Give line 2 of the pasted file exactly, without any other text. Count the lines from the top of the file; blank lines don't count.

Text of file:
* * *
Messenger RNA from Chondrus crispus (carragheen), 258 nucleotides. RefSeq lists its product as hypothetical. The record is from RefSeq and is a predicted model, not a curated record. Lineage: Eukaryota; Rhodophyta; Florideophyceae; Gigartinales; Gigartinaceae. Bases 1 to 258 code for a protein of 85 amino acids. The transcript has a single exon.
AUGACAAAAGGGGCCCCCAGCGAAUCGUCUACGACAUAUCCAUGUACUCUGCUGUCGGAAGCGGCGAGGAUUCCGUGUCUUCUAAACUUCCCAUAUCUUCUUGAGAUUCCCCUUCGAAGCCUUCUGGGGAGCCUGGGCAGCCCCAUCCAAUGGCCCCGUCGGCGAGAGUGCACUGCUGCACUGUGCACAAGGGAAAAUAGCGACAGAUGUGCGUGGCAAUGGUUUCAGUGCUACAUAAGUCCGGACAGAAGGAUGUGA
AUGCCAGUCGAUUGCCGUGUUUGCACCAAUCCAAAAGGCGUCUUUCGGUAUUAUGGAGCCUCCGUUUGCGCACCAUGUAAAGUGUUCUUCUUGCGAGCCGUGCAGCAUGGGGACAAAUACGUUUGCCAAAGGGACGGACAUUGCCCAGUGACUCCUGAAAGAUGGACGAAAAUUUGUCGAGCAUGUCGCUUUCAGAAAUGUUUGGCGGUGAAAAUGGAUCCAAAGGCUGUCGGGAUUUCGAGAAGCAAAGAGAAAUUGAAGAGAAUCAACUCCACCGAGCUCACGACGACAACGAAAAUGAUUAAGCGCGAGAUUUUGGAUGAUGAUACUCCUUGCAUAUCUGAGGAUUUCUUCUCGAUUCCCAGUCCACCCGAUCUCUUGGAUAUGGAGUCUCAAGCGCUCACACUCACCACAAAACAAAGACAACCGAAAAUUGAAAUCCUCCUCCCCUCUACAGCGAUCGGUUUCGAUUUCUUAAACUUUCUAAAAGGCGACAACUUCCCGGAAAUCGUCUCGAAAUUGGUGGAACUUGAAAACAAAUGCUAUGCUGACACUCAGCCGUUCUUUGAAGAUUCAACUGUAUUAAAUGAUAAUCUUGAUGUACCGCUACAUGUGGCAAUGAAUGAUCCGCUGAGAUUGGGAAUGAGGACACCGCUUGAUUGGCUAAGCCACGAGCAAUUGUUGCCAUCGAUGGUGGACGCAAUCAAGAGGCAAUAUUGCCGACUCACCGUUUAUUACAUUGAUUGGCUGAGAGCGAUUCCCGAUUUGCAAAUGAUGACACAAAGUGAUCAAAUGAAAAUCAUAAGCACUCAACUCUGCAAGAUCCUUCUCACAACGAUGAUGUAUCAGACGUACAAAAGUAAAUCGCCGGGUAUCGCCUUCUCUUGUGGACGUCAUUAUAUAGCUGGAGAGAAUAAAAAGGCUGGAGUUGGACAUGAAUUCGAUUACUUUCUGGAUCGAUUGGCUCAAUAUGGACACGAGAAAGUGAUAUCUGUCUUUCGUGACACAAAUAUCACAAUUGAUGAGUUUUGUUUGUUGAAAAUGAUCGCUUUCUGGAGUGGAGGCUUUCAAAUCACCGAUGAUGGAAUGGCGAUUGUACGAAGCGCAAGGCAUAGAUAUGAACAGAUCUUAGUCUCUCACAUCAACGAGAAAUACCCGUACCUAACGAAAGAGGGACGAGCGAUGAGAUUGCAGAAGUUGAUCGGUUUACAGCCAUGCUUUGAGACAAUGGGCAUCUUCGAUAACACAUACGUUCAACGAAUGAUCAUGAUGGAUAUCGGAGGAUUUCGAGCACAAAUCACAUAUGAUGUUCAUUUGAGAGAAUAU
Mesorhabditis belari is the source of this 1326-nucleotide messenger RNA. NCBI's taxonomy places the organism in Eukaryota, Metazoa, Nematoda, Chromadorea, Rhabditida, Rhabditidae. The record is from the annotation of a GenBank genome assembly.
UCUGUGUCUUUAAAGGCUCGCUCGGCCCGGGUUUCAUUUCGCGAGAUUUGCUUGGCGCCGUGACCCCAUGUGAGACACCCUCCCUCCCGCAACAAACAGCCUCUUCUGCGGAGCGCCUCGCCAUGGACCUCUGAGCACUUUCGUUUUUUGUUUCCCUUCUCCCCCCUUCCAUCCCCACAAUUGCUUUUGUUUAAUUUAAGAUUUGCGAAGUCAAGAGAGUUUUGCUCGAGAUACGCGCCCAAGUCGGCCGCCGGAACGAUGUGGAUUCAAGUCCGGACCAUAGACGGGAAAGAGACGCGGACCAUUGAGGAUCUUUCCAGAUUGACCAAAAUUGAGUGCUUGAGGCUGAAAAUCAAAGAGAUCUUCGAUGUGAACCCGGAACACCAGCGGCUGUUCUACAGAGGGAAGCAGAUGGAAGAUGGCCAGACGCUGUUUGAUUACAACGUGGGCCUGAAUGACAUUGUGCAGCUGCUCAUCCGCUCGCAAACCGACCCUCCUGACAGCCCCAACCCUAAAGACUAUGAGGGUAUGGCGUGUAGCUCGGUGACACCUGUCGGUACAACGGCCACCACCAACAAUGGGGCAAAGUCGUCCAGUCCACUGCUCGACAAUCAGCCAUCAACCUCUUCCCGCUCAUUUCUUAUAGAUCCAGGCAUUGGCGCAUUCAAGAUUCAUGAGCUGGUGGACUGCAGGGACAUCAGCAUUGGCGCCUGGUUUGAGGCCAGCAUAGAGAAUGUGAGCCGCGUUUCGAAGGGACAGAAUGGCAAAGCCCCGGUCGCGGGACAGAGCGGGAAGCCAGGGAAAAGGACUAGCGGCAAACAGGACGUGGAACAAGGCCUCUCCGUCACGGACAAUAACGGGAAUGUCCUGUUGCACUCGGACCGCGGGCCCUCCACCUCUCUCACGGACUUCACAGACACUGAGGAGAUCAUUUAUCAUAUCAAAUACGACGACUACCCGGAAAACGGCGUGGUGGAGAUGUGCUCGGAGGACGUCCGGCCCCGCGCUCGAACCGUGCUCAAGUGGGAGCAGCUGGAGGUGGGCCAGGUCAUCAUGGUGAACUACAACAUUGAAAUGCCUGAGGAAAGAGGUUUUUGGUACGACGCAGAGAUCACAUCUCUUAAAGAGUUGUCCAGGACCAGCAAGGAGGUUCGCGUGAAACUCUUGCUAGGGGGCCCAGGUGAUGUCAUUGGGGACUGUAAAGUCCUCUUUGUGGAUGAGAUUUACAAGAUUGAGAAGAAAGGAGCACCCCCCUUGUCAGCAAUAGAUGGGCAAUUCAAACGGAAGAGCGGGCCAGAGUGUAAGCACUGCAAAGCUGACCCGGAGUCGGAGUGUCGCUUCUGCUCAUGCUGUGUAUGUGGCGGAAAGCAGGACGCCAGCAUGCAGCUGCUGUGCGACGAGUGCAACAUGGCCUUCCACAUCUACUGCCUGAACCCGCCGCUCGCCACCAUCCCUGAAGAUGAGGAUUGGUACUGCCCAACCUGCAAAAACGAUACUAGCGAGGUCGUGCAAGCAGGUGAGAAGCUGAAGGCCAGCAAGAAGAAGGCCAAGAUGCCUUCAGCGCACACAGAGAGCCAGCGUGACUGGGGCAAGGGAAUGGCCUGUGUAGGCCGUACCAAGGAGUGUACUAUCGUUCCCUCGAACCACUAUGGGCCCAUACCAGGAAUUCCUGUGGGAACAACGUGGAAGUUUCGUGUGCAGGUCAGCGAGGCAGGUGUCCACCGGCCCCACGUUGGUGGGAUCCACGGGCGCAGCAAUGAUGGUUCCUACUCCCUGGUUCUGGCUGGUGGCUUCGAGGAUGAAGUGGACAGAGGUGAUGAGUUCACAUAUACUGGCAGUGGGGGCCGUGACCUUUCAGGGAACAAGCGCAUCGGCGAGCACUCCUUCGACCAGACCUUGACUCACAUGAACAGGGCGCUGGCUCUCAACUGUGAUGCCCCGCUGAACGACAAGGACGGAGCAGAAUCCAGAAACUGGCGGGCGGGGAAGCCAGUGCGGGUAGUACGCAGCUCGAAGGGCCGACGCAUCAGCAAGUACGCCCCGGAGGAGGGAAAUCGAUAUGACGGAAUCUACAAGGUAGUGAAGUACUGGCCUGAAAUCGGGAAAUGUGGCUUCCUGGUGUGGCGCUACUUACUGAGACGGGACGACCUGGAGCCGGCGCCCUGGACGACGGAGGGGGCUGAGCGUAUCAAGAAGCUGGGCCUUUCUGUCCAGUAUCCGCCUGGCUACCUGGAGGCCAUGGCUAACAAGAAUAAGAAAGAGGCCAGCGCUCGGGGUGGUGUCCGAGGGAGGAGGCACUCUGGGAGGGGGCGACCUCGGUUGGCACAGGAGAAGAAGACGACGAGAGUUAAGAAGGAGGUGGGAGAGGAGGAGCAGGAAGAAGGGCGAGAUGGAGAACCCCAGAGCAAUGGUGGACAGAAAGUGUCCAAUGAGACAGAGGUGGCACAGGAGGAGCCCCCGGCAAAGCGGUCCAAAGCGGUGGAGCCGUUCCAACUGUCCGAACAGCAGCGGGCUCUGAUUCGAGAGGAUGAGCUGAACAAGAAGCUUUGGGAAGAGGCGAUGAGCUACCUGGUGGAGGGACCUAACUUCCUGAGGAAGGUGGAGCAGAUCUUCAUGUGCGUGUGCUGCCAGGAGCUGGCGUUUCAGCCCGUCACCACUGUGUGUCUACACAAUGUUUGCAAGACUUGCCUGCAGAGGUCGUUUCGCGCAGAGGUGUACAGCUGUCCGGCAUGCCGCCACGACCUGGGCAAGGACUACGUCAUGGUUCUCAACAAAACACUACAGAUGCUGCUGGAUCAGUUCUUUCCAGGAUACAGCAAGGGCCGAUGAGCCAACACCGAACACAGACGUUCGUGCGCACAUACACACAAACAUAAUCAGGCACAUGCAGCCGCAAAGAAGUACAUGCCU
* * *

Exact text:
AUGACAAAAGGGGCCCCCAGCGAAUCGUCUACGACAUAUCCAUGUACUCUGCUGUCGGAAGCGGCGAGGAUUCCGUGUCUUCUAAACUUCCCAUAUCUUCUUGAGAUUCCCCUUCGAAGCCUUCUGGGGAGCCUGGGCAGCCCCAUCCAAUGGCCCCGUCGGCGAGAGUGCACUGCUGCACUGUGCACAAGGGAAAAUAGCGACAGAUGUGCGUGGCAAUGGUUUCAGUGCUACAUAAGUCCGGACAGAAGGAUGUGA